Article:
Fear and Loathing in Las Vegas | Study Guide

Hunter S. Thompson

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Fear and Loathing in Las Vegas | Part 1, Chapter 3 : Strange Medicine on the Desert ... A Crisis of Confidence | Summary



Duke considers giving the convertible to the hitchhiker after the kid tells him he has never ridden in a convertible before. Duke thinks he can fly to Miami, rent another car, drive to the Keys, rent a boat, and "keep moving." He decides he would rather keep the car and drag race against the locals on the Las Vegas Strip.

Dr. Gonzo veers off the road, asking for his medicine. Duke gives him two amyl nitrate capsules to inhale, and they tell the kid Dr. Gonzo has a heart condition. They turn up the radio and the tape player—playing different songs—to full volume. Dr. Gonzo tells the kid they are going to Las Vegas to find "a scag baron named Savage Henry ... and rip his lungs out." Duke adds they plan to eat the lungs. The kid jumps out of the car, scrambling over the trunk. He yells his thanks for the ride as he runs down the highway back toward Baker. Dr. Gonzo says, "Good riddance. We had a real freak on our hands."

They decide to take some blotter acid (LSD) after the kid departs. The acid takes effect as they arrive at the Mint hotel in downtown Las Vegas, which makes check-in awkward. The room isn't ready, so they wait in the bar. Duke sees the other bar patrons as giant reptiles feasting on human flesh. "And somebody's giving booze to these goddamn things!" he says. Dr. Gonzo says he has talked to Lacerda, their photographer for the race story, and has intimidated him with the mention of Savage Henry. Duke goes to see the lizards at the press table to get his press credentials for the race.


Duke entertains the fantasy of "keep moving" as a reflection of the American dream. The American dream encompasses many ideas, one of which is mobility, expressed through the popularity of cars and highway travel in modern culture. In history this mobility is expressed in the westward expansion and settlement that has made this highway through the desert and the city of Las Vegas possible in the first place. The American economy is based on activity and movement as well. "Keep moving" could be a motto for the American dream.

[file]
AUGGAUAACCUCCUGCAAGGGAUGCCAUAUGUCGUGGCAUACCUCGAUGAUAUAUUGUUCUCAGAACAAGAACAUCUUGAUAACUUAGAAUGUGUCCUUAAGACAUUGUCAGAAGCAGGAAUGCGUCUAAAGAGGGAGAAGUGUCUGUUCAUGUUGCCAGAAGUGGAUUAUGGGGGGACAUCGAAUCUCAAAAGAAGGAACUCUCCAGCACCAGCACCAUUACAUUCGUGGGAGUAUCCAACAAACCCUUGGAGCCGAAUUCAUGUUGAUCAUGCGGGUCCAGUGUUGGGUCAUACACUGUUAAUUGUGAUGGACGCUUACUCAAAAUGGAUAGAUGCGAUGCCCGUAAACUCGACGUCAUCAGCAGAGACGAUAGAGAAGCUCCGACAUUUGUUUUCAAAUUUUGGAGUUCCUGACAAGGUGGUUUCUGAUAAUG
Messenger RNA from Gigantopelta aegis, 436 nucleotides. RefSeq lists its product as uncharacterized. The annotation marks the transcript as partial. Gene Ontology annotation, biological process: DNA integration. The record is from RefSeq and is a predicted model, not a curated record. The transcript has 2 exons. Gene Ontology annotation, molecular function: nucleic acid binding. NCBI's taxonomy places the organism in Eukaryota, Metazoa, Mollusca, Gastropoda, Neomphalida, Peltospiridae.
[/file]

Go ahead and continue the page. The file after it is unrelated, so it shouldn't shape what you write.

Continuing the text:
Duke's desire to keep moving also indicates his status as an outsider from American society. He doesn't fit in anywhere in the current culture, so it makes sense for him to simply stay on the move. Right now that motion is taking him through the desert. Later that motion will carry him to locations all over the greater Las Vegas area. For the duration of the novel, Duke seldom stops moving.

Dr. Gonzo declares the hitchhiker kid a freak in the same way he declares the salesman a psychotic in Part 1, Chapter 2. To most members of mainstream society, Dr. Gonzo is the one who appears to be a freak, but for Dr. Gonzo people who are skittish about the unusual, who fear change, are the freaky ones. Duke's vision of the bar patrons and reporters in the Mint reflects this same idea. They are the ones with the problem. They are the ones who are monstrous, strange, and threatening.

The mentions of Savage Henry make Duke and Dr. Gonzo consistently threatening to others. It is unclear in the narrative whether Savage Henry is a real person or something Dr. Gonzo and Duke have constructed for the very purpose of intimidating others by their association with him. The reader doesn't see Lacerda's response to the name-drop firsthand, so his feelings of intimidation could be based only in Dr. Gonzo's perception, which is famously flawed. The hitchhiker flees the car when Savage Henry gets mentioned, but it's unclear whether he is responding to the name or to the two real men in front of him talking about killing a third man and eating his lungs.

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